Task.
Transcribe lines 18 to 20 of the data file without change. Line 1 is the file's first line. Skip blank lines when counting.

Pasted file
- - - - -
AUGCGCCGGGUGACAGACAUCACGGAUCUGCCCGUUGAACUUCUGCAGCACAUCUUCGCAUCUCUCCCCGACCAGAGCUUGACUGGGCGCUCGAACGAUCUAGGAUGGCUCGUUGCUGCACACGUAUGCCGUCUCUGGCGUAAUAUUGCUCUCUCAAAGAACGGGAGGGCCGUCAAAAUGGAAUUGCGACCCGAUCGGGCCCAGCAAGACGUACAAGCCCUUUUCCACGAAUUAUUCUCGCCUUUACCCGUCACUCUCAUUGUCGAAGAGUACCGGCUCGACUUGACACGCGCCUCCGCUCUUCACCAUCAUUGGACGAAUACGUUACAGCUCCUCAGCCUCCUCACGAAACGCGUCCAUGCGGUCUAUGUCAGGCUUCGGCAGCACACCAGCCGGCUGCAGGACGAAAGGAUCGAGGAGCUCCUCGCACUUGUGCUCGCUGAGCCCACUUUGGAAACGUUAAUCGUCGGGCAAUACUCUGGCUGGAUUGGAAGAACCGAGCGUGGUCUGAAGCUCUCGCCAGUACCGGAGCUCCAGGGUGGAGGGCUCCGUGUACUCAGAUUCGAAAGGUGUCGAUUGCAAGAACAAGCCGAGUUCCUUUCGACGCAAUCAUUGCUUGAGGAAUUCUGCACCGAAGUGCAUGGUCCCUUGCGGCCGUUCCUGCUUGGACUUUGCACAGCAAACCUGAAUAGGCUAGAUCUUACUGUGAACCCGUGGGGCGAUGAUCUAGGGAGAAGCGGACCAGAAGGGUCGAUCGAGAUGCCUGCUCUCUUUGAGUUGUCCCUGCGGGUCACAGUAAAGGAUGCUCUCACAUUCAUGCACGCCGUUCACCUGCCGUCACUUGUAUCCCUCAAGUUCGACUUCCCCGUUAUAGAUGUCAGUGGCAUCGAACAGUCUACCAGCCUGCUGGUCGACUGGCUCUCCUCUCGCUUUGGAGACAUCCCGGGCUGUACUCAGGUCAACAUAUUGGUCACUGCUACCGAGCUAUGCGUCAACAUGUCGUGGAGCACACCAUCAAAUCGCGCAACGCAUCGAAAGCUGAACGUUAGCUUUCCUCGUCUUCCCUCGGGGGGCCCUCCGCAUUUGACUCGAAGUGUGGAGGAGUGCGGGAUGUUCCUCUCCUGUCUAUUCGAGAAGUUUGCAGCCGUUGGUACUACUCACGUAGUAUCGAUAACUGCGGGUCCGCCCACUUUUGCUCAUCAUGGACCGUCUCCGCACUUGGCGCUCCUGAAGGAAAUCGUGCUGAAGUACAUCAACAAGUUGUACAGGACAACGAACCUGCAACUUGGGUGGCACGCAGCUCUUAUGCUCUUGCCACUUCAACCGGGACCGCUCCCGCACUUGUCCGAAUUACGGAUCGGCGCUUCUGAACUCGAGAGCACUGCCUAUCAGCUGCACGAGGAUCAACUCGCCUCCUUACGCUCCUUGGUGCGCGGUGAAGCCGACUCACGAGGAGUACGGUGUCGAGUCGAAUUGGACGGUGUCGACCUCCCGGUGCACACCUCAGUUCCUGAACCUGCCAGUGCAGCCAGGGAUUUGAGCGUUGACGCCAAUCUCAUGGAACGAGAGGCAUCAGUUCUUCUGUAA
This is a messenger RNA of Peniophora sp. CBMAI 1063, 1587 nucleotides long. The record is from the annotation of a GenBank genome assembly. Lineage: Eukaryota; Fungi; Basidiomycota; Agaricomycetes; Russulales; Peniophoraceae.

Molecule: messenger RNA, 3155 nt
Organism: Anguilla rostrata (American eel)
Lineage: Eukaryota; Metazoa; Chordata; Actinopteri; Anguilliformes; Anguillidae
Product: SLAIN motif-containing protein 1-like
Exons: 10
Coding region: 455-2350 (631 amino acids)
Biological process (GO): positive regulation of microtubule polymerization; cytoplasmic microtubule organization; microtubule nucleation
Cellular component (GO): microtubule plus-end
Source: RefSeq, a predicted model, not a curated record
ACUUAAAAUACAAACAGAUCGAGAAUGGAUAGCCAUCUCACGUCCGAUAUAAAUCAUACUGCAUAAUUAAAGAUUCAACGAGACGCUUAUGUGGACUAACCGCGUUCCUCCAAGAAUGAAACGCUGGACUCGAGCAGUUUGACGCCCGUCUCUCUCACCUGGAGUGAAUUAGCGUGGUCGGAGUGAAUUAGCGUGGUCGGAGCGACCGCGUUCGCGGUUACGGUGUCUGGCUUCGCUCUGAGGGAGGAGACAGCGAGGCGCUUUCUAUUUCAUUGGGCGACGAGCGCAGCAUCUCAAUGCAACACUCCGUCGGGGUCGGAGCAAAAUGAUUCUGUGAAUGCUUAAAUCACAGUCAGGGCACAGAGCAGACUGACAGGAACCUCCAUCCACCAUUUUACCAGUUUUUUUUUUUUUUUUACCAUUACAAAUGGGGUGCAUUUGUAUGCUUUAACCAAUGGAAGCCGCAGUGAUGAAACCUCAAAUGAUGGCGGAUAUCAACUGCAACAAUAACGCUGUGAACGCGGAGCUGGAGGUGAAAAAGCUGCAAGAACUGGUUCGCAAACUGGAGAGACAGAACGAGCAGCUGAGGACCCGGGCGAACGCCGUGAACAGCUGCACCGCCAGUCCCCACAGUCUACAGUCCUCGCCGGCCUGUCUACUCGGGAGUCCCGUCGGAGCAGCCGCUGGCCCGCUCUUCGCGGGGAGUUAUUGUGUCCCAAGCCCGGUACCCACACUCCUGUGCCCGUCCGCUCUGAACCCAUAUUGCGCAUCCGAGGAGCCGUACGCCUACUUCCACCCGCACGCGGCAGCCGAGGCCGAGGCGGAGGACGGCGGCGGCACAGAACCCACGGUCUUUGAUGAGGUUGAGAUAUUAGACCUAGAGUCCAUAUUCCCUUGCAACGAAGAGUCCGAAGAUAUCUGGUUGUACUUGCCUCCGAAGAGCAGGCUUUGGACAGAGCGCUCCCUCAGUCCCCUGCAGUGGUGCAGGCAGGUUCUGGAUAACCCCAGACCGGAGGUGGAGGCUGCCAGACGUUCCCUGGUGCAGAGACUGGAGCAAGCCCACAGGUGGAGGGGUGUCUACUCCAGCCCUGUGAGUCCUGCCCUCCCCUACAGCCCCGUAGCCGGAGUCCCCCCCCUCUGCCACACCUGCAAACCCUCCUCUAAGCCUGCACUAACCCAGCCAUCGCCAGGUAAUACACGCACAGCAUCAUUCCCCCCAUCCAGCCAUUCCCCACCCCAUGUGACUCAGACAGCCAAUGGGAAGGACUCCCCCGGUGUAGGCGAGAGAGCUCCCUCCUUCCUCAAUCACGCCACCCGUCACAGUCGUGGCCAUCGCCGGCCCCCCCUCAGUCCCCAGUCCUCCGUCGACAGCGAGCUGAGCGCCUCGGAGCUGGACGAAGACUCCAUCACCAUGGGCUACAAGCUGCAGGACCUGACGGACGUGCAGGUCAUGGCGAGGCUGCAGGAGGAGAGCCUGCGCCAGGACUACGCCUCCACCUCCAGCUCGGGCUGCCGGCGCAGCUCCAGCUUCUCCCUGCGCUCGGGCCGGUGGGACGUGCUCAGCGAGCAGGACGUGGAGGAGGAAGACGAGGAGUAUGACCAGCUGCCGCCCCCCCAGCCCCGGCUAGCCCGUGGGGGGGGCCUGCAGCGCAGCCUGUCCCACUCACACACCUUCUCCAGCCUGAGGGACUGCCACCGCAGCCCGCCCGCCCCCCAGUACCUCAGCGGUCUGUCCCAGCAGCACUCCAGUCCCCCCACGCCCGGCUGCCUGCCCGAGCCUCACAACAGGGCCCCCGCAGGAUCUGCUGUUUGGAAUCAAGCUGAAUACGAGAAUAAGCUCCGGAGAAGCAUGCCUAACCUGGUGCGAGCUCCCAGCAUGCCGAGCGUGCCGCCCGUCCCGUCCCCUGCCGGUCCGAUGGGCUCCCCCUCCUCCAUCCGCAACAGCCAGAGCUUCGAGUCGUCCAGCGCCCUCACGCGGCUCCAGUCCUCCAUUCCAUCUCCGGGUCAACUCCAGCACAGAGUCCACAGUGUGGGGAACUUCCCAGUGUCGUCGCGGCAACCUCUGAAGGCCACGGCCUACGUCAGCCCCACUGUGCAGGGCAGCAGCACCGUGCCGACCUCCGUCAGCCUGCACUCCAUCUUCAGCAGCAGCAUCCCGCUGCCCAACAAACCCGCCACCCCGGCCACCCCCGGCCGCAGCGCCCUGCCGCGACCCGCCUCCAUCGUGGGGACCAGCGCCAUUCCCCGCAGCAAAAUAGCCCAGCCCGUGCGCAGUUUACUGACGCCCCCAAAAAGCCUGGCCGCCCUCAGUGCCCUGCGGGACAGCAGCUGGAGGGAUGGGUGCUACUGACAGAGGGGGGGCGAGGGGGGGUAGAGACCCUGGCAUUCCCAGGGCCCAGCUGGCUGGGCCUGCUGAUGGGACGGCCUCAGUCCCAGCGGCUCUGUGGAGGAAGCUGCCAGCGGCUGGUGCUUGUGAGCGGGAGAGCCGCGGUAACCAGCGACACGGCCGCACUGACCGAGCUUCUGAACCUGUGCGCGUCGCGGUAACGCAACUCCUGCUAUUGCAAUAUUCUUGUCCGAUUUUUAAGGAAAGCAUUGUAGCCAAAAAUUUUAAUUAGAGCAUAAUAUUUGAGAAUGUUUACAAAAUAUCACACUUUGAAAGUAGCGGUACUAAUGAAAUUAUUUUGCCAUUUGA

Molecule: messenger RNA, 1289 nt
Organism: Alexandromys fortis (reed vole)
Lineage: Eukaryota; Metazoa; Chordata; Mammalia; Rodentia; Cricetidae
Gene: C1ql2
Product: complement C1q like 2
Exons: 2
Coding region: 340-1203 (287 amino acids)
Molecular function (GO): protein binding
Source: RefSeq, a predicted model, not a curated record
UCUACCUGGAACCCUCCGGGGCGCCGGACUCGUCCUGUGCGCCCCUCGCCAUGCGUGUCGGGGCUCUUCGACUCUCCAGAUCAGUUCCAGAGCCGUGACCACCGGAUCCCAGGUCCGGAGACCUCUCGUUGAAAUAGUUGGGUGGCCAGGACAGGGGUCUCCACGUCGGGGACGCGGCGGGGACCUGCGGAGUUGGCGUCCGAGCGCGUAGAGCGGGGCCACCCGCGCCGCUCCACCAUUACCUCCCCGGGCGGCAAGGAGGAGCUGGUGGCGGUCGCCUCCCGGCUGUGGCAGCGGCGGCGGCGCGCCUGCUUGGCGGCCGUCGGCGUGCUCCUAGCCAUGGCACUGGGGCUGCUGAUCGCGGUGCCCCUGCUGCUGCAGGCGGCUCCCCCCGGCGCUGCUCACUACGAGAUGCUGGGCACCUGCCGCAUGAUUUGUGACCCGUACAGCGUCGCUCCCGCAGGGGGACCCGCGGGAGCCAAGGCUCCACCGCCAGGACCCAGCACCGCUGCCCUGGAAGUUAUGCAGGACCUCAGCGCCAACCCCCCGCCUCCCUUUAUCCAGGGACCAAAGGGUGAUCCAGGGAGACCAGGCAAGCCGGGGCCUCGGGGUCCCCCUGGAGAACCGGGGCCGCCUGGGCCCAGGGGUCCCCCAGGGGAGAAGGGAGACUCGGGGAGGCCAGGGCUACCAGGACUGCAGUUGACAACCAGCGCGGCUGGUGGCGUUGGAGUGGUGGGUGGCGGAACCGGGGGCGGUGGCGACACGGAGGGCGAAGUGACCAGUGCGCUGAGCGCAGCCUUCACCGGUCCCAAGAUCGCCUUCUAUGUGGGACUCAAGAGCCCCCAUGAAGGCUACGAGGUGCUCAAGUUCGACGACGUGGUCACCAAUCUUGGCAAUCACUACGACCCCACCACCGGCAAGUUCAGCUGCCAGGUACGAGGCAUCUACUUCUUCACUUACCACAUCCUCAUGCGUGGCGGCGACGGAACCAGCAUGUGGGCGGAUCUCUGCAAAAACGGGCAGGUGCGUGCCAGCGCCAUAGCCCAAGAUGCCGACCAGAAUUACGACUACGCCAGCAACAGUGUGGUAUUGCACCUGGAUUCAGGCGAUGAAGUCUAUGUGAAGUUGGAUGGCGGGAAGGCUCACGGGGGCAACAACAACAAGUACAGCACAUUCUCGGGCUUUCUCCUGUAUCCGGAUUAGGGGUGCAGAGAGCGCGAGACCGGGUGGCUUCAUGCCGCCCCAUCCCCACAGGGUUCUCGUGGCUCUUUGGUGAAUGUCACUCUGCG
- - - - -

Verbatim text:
Exons: 2
Coding region: 340-1203 (287 amino acids)
Molecular function (GO): protein binding